POST-PARADE: Peet’s Hill, behind the library parking lot is an off leash dog park where we can meet for a play date afterward! There’s also a stream where corgis can cool off.

ALL CORGIS and their owners are welcome to walk with us as part of the Gallatin Corgi Club contingent, regardless of whether or not they are “club members” (Actually, there is no official club membership – just an email list!)

Seeking Volunteers!

Corgi Parade Creative team and helpers: Meet and execute parade theme for our corgi group and round up volunteers to carry it out. (Last year we had a banner that said “The queen loves her corgis and so do we” and a mini queen of England was our leader. We also gave out dog biscuits to dogs along the parade route which was a big hit. Some ideas for this year have already been gathered on the Facebook page, so it’s just a matter of coming to a consensus on design and getting ‘er done!) If you have any time or energy to devote getting this float put together, please contact us RIGHT AWAY! 
To get involved, email (remove hyphens) g-v-c-o-r-g-i-c-l-u-b-@-gmail.com
We’ll meet early in the week of July 29 to  pinpoint specifics, so please let us know ASAP if you can help!

(For additional general info about the Sweet Pea Parade, go to http://sweetpeafestival.org/sweet-pea-parade/ and download the entry PDF form: Page 2 has parade details and rules.)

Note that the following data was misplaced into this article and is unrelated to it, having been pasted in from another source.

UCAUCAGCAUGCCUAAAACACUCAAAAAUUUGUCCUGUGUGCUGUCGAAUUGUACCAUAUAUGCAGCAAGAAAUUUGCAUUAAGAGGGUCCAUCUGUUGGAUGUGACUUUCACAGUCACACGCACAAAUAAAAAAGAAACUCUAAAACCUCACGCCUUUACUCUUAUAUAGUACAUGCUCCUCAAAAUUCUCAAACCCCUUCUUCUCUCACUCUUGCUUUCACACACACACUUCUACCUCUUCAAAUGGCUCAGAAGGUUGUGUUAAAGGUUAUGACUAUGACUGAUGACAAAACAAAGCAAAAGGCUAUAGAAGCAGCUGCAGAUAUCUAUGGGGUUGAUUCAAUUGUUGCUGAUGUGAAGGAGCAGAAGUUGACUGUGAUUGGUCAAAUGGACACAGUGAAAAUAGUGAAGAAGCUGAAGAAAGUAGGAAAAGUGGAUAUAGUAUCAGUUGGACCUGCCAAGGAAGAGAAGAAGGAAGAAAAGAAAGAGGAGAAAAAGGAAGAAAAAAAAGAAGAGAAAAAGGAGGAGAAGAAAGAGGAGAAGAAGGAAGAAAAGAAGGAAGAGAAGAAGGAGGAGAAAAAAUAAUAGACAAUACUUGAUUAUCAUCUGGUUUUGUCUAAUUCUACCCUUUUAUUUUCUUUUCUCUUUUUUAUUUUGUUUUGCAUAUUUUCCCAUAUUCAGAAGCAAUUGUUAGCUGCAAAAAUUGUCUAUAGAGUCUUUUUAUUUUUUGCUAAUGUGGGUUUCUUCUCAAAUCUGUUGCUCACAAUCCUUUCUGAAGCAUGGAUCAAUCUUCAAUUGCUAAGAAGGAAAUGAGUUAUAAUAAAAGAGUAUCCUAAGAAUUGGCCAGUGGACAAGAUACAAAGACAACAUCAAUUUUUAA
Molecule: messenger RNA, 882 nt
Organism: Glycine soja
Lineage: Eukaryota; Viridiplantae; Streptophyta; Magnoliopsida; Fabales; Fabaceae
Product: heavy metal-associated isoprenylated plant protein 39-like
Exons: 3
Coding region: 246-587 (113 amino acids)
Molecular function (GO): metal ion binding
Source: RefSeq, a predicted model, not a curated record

Thanks, and hope to see you volunteer or participate in the parade!

Gallatin Corgis go wild in Laurel

Corgis Gone Wild, June 2013 - Steve Hample photo

Lots of GVCC tee shirts were seen at the Corgis Gone Wild event, June 2013 (Steve Hample photo)

Corgis Gone Wild, June 2013 - Steve Hample photo

Corgis Gone Wild, June 2013 – Steve Hample photo

On June 8, a contingent of Gallatin Valley corgis (and their people) headed east to join the fun at the ninth annual Corgis Gone Wild event in Laurel. Each year there are lots of fun games at this event, and several new Gallatin Valley Corgi Club members took home prizes for their enthusiastic participation! (Check out the slide show below to see more of the action.)

Thanks so much to the organizers at the Yellowstone All Corgi Club for making this fun event happen. We had a great time!

gallatin_valley_corgi_club_shirtIf you want to purchase Gallatin Valley Corgi Club Tee shirts and merchandise, click here to visit our Cafepress page.



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Corgis invited to Corgis Gone Wild in Laurel – June 8 2013

A Billings Gazette photo from Corgis Gone Wild 2012

Corgis, Corgi crosses, and their canine housemates are welcome at the June 8, 2013 “Corgis Gone Wild!” in Laurel.

The Yellowstone All Corgi Club will be hosting this annual summer corgi fun fest for its 9th year, this year!